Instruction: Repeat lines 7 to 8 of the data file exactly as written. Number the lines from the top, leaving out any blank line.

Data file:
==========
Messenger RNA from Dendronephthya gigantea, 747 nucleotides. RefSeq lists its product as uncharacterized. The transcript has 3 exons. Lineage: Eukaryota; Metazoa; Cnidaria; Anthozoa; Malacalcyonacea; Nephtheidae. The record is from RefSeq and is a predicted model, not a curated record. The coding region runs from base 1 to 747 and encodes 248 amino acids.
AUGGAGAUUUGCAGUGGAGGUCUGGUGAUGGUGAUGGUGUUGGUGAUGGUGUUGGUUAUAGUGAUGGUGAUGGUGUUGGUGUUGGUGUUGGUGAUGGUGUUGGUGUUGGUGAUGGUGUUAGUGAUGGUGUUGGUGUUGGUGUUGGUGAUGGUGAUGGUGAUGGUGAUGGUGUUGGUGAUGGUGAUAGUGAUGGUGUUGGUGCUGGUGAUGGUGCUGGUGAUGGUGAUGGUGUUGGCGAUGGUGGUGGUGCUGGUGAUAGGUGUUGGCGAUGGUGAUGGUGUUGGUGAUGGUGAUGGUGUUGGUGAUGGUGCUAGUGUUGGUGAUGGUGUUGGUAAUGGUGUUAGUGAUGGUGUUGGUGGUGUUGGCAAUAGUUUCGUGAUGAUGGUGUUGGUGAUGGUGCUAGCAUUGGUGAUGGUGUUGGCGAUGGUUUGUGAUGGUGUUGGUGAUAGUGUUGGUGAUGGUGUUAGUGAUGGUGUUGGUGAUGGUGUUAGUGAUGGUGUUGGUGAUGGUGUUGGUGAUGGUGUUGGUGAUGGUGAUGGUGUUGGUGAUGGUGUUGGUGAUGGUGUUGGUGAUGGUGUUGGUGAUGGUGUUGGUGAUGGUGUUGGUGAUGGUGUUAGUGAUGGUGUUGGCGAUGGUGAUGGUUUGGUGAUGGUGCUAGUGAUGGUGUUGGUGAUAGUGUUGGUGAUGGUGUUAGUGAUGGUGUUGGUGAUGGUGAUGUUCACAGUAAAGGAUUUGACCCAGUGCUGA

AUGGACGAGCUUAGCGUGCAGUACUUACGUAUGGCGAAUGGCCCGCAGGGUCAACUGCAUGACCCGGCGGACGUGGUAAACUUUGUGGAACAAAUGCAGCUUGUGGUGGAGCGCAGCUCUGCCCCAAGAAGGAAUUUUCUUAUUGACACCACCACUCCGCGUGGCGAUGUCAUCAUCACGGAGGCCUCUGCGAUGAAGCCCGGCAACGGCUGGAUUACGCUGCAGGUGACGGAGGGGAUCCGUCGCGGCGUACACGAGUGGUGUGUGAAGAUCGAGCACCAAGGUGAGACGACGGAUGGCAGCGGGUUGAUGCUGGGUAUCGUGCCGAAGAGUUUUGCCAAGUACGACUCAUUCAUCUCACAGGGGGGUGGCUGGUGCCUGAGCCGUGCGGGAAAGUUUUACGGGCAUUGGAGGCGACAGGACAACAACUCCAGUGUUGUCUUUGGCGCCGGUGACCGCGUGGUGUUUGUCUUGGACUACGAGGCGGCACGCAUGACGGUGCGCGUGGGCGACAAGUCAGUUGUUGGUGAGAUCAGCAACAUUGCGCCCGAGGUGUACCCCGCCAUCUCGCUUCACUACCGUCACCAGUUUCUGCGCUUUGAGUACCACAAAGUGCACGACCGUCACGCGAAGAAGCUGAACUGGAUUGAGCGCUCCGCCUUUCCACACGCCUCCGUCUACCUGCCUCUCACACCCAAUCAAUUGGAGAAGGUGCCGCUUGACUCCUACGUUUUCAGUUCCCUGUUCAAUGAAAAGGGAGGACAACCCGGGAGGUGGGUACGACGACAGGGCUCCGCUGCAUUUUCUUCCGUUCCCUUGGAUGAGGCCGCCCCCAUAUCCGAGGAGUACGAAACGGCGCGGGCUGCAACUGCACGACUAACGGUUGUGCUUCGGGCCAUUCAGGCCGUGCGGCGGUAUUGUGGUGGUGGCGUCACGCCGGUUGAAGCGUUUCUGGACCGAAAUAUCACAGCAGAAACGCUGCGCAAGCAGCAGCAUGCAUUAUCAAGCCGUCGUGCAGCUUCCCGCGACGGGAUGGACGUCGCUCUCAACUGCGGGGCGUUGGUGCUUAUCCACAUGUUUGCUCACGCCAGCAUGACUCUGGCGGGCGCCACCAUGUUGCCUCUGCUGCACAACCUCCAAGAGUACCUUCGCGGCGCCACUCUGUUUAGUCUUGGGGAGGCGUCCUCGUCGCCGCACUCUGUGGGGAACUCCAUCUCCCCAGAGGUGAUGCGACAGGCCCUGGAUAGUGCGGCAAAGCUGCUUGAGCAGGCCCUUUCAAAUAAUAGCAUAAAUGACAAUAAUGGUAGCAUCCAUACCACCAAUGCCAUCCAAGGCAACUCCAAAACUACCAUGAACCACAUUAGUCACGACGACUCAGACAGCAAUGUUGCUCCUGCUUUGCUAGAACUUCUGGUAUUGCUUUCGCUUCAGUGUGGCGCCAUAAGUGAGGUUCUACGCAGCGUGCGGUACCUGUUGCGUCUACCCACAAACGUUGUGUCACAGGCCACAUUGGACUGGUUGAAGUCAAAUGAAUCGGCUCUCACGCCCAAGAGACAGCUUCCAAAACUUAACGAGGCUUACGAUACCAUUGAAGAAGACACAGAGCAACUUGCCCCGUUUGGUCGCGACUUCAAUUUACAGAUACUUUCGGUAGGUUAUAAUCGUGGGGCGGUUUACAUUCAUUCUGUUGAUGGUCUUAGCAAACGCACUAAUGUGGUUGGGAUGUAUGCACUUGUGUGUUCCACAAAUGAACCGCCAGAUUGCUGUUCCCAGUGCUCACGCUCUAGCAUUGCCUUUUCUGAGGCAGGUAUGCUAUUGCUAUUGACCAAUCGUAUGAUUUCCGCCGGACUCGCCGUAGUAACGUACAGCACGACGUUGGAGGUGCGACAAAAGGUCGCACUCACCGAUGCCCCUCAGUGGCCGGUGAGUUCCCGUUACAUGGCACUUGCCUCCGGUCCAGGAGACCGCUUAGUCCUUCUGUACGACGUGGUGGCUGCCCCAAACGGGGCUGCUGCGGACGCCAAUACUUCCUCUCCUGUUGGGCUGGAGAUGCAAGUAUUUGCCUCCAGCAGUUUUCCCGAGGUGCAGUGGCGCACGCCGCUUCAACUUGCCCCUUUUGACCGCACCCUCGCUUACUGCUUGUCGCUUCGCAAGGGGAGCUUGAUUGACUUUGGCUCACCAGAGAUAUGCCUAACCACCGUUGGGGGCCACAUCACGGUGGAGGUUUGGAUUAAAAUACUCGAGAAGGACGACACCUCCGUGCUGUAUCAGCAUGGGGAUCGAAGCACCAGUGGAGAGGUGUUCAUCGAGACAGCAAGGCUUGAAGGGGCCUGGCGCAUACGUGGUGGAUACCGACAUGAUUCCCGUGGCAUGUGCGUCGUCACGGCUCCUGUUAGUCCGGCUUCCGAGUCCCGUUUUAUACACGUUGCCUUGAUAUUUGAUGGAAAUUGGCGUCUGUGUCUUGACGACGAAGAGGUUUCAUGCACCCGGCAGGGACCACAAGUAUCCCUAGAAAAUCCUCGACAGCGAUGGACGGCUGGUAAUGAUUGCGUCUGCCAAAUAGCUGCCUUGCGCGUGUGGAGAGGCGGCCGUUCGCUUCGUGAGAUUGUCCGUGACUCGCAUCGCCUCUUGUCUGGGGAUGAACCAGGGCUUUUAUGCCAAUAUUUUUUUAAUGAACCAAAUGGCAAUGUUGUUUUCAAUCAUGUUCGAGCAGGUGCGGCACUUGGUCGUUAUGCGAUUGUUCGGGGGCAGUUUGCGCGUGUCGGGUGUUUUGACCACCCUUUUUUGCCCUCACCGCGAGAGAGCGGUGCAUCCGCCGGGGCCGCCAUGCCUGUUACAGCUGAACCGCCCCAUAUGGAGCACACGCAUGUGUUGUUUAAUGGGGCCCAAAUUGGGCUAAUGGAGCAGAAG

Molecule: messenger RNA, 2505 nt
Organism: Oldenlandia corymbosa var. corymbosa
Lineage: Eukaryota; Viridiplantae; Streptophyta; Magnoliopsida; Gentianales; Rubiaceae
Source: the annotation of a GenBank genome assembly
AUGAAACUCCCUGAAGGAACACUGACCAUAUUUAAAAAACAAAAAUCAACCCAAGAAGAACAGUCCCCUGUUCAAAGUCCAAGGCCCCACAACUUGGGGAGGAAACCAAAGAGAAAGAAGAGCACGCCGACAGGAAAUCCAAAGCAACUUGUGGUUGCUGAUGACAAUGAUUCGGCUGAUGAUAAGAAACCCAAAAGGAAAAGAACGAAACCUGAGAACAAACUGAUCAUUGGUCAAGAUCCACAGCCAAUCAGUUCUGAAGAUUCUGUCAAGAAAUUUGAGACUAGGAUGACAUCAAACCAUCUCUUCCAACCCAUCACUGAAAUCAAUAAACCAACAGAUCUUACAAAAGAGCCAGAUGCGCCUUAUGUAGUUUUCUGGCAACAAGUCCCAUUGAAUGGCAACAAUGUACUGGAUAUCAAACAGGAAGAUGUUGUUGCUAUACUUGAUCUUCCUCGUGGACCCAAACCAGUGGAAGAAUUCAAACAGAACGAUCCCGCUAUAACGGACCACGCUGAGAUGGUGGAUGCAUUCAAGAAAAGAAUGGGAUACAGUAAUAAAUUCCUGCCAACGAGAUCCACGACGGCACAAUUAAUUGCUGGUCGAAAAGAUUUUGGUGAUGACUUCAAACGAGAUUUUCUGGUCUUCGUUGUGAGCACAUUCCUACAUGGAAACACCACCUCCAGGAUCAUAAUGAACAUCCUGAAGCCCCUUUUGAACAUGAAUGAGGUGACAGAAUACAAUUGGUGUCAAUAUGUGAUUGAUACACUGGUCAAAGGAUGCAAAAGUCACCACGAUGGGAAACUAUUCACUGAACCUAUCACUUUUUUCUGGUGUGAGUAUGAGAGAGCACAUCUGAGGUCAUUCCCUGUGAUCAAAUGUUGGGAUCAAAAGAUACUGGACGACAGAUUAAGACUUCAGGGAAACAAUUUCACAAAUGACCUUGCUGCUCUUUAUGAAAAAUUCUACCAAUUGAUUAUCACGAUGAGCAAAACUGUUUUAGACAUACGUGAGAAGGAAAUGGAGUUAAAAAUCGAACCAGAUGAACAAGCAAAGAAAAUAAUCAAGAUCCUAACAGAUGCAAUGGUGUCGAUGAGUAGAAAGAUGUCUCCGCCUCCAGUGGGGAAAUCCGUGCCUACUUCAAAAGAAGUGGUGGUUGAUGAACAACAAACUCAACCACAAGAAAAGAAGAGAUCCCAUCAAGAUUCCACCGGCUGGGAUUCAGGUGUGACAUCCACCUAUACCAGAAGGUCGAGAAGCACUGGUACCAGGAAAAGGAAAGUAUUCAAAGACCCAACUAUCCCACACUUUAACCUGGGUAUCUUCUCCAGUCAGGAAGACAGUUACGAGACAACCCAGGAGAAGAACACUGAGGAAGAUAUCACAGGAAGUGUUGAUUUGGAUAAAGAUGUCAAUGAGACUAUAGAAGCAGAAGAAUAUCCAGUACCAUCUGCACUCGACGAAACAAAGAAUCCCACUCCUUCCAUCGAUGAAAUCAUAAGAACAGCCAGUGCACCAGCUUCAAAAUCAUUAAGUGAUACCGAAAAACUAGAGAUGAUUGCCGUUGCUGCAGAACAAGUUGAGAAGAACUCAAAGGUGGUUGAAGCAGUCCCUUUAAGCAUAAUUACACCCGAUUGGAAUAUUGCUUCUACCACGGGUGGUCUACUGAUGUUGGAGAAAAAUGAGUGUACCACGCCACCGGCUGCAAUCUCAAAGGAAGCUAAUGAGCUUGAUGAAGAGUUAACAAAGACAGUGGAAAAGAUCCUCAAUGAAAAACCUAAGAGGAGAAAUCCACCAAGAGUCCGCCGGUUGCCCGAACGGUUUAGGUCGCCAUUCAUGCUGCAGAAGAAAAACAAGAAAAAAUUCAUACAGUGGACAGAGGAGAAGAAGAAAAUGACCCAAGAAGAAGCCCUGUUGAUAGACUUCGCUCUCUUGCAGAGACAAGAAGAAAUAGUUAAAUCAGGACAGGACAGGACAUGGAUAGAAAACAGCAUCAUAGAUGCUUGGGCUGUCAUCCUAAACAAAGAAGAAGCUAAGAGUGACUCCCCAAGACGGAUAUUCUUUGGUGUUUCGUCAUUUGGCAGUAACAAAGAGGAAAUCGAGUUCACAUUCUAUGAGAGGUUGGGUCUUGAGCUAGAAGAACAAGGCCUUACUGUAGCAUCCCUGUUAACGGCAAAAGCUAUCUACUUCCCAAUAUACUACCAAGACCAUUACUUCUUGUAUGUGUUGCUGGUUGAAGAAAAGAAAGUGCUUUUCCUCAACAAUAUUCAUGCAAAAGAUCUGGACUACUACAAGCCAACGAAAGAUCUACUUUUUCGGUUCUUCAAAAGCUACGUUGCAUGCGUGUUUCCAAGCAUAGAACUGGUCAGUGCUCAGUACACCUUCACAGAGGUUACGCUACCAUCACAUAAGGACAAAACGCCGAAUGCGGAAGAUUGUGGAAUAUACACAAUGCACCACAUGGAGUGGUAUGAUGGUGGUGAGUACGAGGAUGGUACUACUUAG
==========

Source: the annotation of a GenBank genome assembly
AUGAAACUCCCUGAAGGAACACUGACCAUAUUUAAAAAACAAAAAUCAACCCAAGAAGAACAGUCCCCUGUUCAAAGUCCAAGGCCCCACAACUUGGGGAGGAAACCAAAGAGAAAGAAGAGCACGCCGACAGGAAAUCCAAAGCAACUUGUGGUUGCUGAUGACAAUGAUUCGGCUGAUGAUAAGAAACCCAAAAGGAAAAGAACGAAACCUGAGAACAAACUGAUCAUUGGUCAAGAUCCACAGCCAAUCAGUUCUGAAGAUUCUGUCAAGAAAUUUGAGACUAGGAUGACAUCAAACCAUCUCUUCCAACCCAUCACUGAAAUCAAUAAACCAACAGAUCUUACAAAAGAGCCAGAUGCGCCUUAUGUAGUUUUCUGGCAACAAGUCCCAUUGAAUGGCAACAAUGUACUGGAUAUCAAACAGGAAGAUGUUGUUGCUAUACUUGAUCUUCCUCGUGGACCCAAACCAGUGGAAGAAUUCAAACAGAACGAUCCCGCUAUAACGGACCACGCUGAGAUGGUGGAUGCAUUCAAGAAAAGAAUGGGAUACAGUAAUAAAUUCCUGCCAACGAGAUCCACGACGGCACAAUUAAUUGCUGGUCGAAAAGAUUUUGGUGAUGACUUCAAACGAGAUUUUCUGGUCUUCGUUGUGAGCACAUUCCUACAUGGAAACACCACCUCCAGGAUCAUAAUGAACAUCCUGAAGCCCCUUUUGAACAUGAAUGAGGUGACAGAAUACAAUUGGUGUCAAUAUGUGAUUGAUACACUGGUCAAAGGAUGCAAAAGUCACCACGAUGGGAAACUAUUCACUGAACCUAUCACUUUUUUCUGGUGUGAGUAUGAGAGAGCACAUCUGAGGUCAUUCCCUGUGAUCAAAUGUUGGGAUCAAAAGAUACUGGACGACAGAUUAAGACUUCAGGGAAACAAUUUCACAAAUGACCUUGCUGCUCUUUAUGAAAAAUUCUACCAAUUGAUUAUCACGAUGAGCAAAACUGUUUUAGACAUACGUGAGAAGGAAAUGGAGUUAAAAAUCGAACCAGAUGAACAAGCAAAGAAAAUAAUCAAGAUCCUAACAGAUGCAAUGGUGUCGAUGAGUAGAAAGAUGUCUCCGCCUCCAGUGGGGAAAUCCGUGCCUACUUCAAAAGAAGUGGUGGUUGAUGAACAACAAACUCAACCACAAGAAAAGAAGAGAUCCCAUCAAGAUUCCACCGGCUGGGAUUCAGGUGUGACAUCCACCUAUACCAGAAGGUCGAGAAGCACUGGUACCAGGAAAAGGAAAGUAUUCAAAGACCCAACUAUCCCACACUUUAACCUGGGUAUCUUCUCCAGUCAGGAAGACAGUUACGAGACAACCCAGGAGAAGAACACUGAGGAAGAUAUCACAGGAAGUGUUGAUUUGGAUAAAGAUGUCAAUGAGACUAUAGAAGCAGAAGAAUAUCCAGUACCAUCUGCACUCGACGAAACAAAGAAUCCCACUCCUUCCAUCGAUGAAAUCAUAAGAACAGCCAGUGCACCAGCUUCAAAAUCAUUAAGUGAUACCGAAAAACUAGAGAUGAUUGCCGUUGCUGCAGAACAAGUUGAGAAGAACUCAAAGGUGGUUGAAGCAGUCCCUUUAAGCAUAAUUACACCCGAUUGGAAUAUUGCUUCUACCACGGGUGGUCUACUGAUGUUGGAGAAAAAUGAGUGUACCACGCCACCGGCUGCAAUCUCAAAGGAAGCUAAUGAGCUUGAUGAAGAGUUAACAAAGACAGUGGAAAAGAUCCUCAAUGAAAAACCUAAGAGGAGAAAUCCACCAAGAGUCCGCCGGUUGCCCGAACGGUUUAGGUCGCCAUUCAUGCUGCAGAAGAAAAACAAGAAAAAAUUCAUACAGUGGACAGAGGAGAAGAAGAAAAUGACCCAAGAAGAAGCCCUGUUGAUAGACUUCGCUCUCUUGCAGAGACAAGAAGAAAUAGUUAAAUCAGGACAGGACAGGACAUGGAUAGAAAACAGCAUCAUAGAUGCUUGGGCUGUCAUCCUAAACAAAGAAGAAGCUAAGAGUGACUCCCCAAGACGGAUAUUCUUUGGUGUUUCGUCAUUUGGCAGUAACAAAGAGGAAAUCGAGUUCACAUUCUAUGAGAGGUUGGGUCUUGAGCUAGAAGAACAAGGCCUUACUGUAGCAUCCCUGUUAACGGCAAAAGCUAUCUACUUCCCAAUAUACUACCAAGACCAUUACUUCUUGUAUGUGUUGCUGGUUGAAGAAAAGAAAGUGCUUUUCCUCAACAAUAUUCAUGCAAAAGAUCUGGACUACUACAAGCCAACGAAAGAUCUACUUUUUCGGUUCUUCAAAAGCUACGUUGCAUGCGUGUUUCCAAGCAUAGAACUGGUCAGUGCUCAGUACACCUUCACAGAGGUUACGCUACCAUCACAUAAGGACAAAACGCCGAAUGCGGAAGAUUGUGGAAUAUACACAAUGCACCACAUGGAGUGGUAUGAUGGUGGUGAGUACGAGGAUGGUACUACUUAG